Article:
Finally, the speed at which the attack commences–sometimes referred to as a “thundering herd” effect–doesn’t leave much time to react to counter the problem.
So the best approach?
MacLeod suggests that the key to combating DDoS attacks is to turn the attack’s strength into its weakness. Industrial-scale attacks will be diverse in source addresses, but fairly homogenous above the IP layer. Many of these attacks are surprisingly simple from a protocol perspective, but they rely on brute force, not cleverness. What you need to find is a signature or behavior within the packets common to the attack traffic, but not on your normal traffic. If your packet analyzer dashboard has visualizations or expert analysis, your tool may even identify a useful characteristic for you.
The ultimate key to making prevention a priority is to have a mitigation plan.
1. Mobile security
While computer networks remain the traditional targets for cyberattacks, the growing usage of mobile devices for seeking information and everyday financial transactions is driving an increase in cybercrime. Financial applications like digital wallets and pocket ATMs are targets, as are QR codes, those square, barcode-like images that you scan with your phone’s camera. Hackers can redirect you towards a website that contains viruses or other malicious content with the intent to steal sensitive data, like credit card or bank account information, track your location, or even send SMS messages to premium rate numbers.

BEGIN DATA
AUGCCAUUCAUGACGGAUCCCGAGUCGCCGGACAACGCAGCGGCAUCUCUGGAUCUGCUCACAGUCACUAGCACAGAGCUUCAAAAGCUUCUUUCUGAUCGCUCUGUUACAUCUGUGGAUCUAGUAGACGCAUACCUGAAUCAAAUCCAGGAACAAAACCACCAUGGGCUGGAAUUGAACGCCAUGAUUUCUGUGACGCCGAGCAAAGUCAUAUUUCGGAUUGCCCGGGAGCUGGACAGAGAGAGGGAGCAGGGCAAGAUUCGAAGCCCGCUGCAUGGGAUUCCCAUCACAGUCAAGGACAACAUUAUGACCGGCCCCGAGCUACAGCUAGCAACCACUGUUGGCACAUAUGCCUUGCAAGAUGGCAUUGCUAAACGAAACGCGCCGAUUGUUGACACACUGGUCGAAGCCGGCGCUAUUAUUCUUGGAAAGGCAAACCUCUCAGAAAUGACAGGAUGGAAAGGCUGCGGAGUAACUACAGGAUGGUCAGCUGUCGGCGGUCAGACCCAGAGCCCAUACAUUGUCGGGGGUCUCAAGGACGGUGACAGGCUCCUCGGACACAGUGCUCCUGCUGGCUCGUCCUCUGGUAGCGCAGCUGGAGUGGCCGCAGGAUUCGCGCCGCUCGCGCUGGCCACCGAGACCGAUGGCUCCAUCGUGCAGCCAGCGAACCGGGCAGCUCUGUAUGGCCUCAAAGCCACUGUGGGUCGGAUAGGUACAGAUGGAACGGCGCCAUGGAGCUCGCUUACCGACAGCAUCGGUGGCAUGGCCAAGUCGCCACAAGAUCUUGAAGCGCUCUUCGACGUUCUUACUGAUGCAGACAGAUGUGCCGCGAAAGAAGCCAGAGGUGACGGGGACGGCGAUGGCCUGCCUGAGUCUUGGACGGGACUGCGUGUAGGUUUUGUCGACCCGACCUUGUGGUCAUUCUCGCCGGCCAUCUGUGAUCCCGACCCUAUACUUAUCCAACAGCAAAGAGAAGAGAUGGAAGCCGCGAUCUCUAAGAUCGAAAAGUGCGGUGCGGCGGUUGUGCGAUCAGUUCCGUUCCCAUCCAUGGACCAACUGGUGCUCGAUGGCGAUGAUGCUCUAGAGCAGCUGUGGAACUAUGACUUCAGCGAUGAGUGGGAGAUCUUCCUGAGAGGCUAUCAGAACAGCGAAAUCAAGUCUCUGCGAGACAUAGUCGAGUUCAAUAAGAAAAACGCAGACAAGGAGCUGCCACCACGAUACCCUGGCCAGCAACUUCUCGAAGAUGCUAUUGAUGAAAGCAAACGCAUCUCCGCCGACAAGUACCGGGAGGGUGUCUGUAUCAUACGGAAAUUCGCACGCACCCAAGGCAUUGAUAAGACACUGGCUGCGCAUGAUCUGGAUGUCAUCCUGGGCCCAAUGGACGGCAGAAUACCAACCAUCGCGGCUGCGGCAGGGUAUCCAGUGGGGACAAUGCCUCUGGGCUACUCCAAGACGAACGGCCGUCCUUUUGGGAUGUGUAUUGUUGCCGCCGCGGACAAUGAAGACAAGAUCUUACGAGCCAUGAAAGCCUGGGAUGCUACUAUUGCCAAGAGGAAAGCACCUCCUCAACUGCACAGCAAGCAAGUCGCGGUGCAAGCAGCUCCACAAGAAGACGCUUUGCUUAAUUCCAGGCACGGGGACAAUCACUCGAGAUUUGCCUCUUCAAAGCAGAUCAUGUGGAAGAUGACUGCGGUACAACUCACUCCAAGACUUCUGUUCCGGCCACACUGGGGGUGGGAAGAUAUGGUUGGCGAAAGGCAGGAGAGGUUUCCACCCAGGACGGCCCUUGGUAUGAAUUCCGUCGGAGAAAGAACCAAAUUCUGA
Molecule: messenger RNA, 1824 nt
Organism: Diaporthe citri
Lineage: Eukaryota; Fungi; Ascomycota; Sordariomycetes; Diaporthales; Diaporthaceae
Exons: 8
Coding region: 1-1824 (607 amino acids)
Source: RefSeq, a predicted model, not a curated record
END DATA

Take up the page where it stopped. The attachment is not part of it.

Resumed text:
Mobile applications can be risky business too. Earlier this year, Google removed 60 applications carrying malicious software from its Android Market. Some of the malware revealed private information to a third party, replicated to other devices, destroyed user data or even impersonated the device owner.
2. Social media
The free sharing of personal information via Facebook, Twitter, Foursquare, etc., will continue to contribute to personal cyberthreats and those targeted to companies. You can expect to see more viral threats which can infect everyone on a user’s friends list. A profile or comment on a social media platform gives smooth-talking scammers something personal to work with in their social engineering schemes designed to steal or delete users’ personal information. A wayward comment from an unthinking employee can reveal corporate information not meant to be exposed which can lead to data theft and security breaches.
3. Malware attacks